Female Urethral Diverticula in the Contemporary Era: is the Classic Triad of the "3D's" Still Relevant?

OBJECTIVES - To evaluate the correlation between signs and symptoms of urethral diverticulum (UD), especially the classic triad of 3D's including dysuria, dyspareunia and post void dribbling, before and after transvaginal urethral diverticulectomy (TVUD) in relation to anatomic configuration on imaging.

METHODS - After IRB approval, records of 54 females who underwent TVUD were retrospectively reviewed. Urinary symptoms before and after the procedure were correlated with the anatomical configuration of the UD on MRI.

RESULTS - The median age of the patients was 52 years (range 29-77). Common presenting symptoms were stress urinary incontinence (60%), dyspareunia (60%), and recurrent urinary tract infections (70%). The classic 3D's were present collectively in only 5% of patients. Dysparunia was the most common of the 3 "D's". 27% of patients had none of the classic 3D's. On physical examination the most common finding was a tender anterior vaginal wall mass (52%). Presenting signs and symptoms did not correlate with anatomic configuration in terms of radial urethral involvement, size, or length of urethral involvement on preoperative MRI. After median 14 months of follow-up, no patient reported the classic 3D's after surgery.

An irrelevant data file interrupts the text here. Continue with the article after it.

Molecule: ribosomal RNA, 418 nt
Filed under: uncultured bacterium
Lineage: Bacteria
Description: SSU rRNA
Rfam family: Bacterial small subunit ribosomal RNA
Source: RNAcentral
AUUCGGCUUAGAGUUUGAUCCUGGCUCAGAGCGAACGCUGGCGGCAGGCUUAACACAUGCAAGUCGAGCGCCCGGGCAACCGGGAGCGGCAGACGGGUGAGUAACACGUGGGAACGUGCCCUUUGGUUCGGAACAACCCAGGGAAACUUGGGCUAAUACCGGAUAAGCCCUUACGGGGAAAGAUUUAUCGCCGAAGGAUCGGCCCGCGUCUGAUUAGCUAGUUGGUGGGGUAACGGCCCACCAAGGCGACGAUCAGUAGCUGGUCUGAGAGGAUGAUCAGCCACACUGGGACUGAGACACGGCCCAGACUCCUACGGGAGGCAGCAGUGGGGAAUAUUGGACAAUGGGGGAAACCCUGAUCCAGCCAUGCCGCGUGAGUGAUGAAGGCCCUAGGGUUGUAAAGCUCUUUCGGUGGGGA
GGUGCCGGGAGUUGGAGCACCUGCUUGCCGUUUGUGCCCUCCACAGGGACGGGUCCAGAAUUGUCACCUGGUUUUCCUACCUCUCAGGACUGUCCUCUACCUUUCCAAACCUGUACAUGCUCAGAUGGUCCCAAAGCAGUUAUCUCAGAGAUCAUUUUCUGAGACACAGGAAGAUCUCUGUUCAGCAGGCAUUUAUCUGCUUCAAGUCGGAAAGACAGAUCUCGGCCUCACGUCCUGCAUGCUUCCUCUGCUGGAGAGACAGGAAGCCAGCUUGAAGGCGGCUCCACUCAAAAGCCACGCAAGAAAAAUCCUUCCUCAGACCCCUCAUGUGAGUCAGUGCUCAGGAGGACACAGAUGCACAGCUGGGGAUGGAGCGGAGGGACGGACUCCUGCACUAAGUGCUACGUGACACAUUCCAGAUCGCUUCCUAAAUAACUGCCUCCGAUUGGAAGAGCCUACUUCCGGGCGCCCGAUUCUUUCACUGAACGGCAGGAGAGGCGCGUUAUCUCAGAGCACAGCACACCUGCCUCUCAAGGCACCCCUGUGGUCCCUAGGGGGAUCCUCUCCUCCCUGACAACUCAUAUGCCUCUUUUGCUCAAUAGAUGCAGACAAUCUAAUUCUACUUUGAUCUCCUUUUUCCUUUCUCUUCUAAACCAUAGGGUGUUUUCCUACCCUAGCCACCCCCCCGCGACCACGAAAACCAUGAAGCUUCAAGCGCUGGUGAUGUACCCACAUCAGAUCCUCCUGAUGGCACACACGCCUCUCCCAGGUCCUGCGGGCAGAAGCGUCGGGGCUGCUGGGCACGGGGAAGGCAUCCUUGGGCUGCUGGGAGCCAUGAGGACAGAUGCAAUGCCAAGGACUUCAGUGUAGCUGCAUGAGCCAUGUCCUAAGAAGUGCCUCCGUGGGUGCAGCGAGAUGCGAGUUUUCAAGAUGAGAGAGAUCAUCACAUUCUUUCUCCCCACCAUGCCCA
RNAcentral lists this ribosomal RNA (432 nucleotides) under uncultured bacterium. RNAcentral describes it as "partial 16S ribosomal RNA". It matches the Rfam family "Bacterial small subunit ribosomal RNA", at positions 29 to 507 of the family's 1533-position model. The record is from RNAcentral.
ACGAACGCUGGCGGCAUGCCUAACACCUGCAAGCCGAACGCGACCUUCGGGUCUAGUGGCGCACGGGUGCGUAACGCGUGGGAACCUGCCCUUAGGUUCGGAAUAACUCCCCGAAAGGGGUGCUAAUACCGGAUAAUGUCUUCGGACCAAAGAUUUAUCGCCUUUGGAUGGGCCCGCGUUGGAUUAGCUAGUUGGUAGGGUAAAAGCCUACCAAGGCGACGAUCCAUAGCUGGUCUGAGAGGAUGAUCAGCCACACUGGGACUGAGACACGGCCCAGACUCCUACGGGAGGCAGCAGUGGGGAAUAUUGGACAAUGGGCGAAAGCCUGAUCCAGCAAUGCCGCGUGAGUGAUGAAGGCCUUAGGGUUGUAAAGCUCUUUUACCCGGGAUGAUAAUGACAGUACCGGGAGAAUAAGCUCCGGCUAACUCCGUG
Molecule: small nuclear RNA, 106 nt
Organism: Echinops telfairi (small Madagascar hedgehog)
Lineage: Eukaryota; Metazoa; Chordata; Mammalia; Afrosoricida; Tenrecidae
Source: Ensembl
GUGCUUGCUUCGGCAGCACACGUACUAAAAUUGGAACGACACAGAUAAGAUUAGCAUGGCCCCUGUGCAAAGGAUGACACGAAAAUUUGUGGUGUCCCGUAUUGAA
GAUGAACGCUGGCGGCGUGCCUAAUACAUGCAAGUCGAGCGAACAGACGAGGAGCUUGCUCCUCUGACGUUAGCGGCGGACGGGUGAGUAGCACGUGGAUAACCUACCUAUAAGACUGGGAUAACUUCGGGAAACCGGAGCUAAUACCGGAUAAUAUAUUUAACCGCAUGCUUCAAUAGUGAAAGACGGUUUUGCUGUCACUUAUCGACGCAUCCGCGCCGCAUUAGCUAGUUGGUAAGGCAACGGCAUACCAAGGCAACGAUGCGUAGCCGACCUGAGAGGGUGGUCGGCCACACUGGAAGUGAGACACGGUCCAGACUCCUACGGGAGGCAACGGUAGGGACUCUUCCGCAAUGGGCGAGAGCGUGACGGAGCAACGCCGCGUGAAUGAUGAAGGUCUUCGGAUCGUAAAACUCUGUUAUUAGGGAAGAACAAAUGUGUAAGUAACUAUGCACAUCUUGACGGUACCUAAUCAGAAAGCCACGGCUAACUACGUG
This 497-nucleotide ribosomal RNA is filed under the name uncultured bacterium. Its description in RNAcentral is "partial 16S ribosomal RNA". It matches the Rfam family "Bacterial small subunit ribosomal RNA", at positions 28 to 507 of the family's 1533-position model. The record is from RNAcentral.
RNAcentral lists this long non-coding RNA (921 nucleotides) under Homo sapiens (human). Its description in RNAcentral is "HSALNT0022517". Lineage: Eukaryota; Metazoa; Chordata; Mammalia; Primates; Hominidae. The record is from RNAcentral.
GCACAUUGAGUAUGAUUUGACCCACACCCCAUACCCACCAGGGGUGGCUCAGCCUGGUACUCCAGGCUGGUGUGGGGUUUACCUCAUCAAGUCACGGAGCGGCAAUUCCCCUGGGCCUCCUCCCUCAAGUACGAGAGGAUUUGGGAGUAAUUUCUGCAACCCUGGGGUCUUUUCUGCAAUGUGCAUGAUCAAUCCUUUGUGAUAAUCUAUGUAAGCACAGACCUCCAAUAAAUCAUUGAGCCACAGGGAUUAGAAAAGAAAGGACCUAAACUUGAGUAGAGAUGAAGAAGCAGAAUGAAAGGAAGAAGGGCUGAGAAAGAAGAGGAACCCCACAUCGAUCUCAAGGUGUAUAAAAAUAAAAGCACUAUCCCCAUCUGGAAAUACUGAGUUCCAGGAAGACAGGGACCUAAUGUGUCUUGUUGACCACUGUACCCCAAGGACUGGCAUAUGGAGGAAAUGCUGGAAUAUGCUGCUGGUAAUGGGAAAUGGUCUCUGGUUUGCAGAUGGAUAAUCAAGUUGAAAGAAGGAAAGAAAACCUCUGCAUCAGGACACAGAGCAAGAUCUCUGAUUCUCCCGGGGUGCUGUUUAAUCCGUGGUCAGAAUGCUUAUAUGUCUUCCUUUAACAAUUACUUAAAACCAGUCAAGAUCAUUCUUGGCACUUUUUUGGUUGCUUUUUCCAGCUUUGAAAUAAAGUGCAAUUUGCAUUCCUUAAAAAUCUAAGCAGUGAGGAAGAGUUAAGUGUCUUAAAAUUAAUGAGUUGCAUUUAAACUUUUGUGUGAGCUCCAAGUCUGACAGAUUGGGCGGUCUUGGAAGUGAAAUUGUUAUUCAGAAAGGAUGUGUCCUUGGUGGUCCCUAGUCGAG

CONCLUSIONS - Recurrent urinary tract infections, stress urinary incontinence, dyspareunia and vaginal mass are the most common presentations of UD. The classic triad "3D's" is rarely seen in the individual patient. Preoperative anatomic configuration on imaging is not correlated with the severity or nature of presenting symptoms.

Urology. 2016 Apr 11 [Epub ahead of print]

Nima Baradaran, Leah R Chiles, Drew A Freilich, Ross A Rames, Lindsey Cox, Eric S Rovner

Department of Urology, Medical University of South Carolina, Charleston SC., Department of Urology, Medical University of South Carolina, Charleston SC., Department of Urology, Medical University of South Carolina, Charleston SC., Department of Urology, Medical University of South Carolina, Charleston SC., Department of Urology, Medical University of South Carolina, Charleston SC., Department of Urology, Medical University of South Carolina, Charleston SC.  

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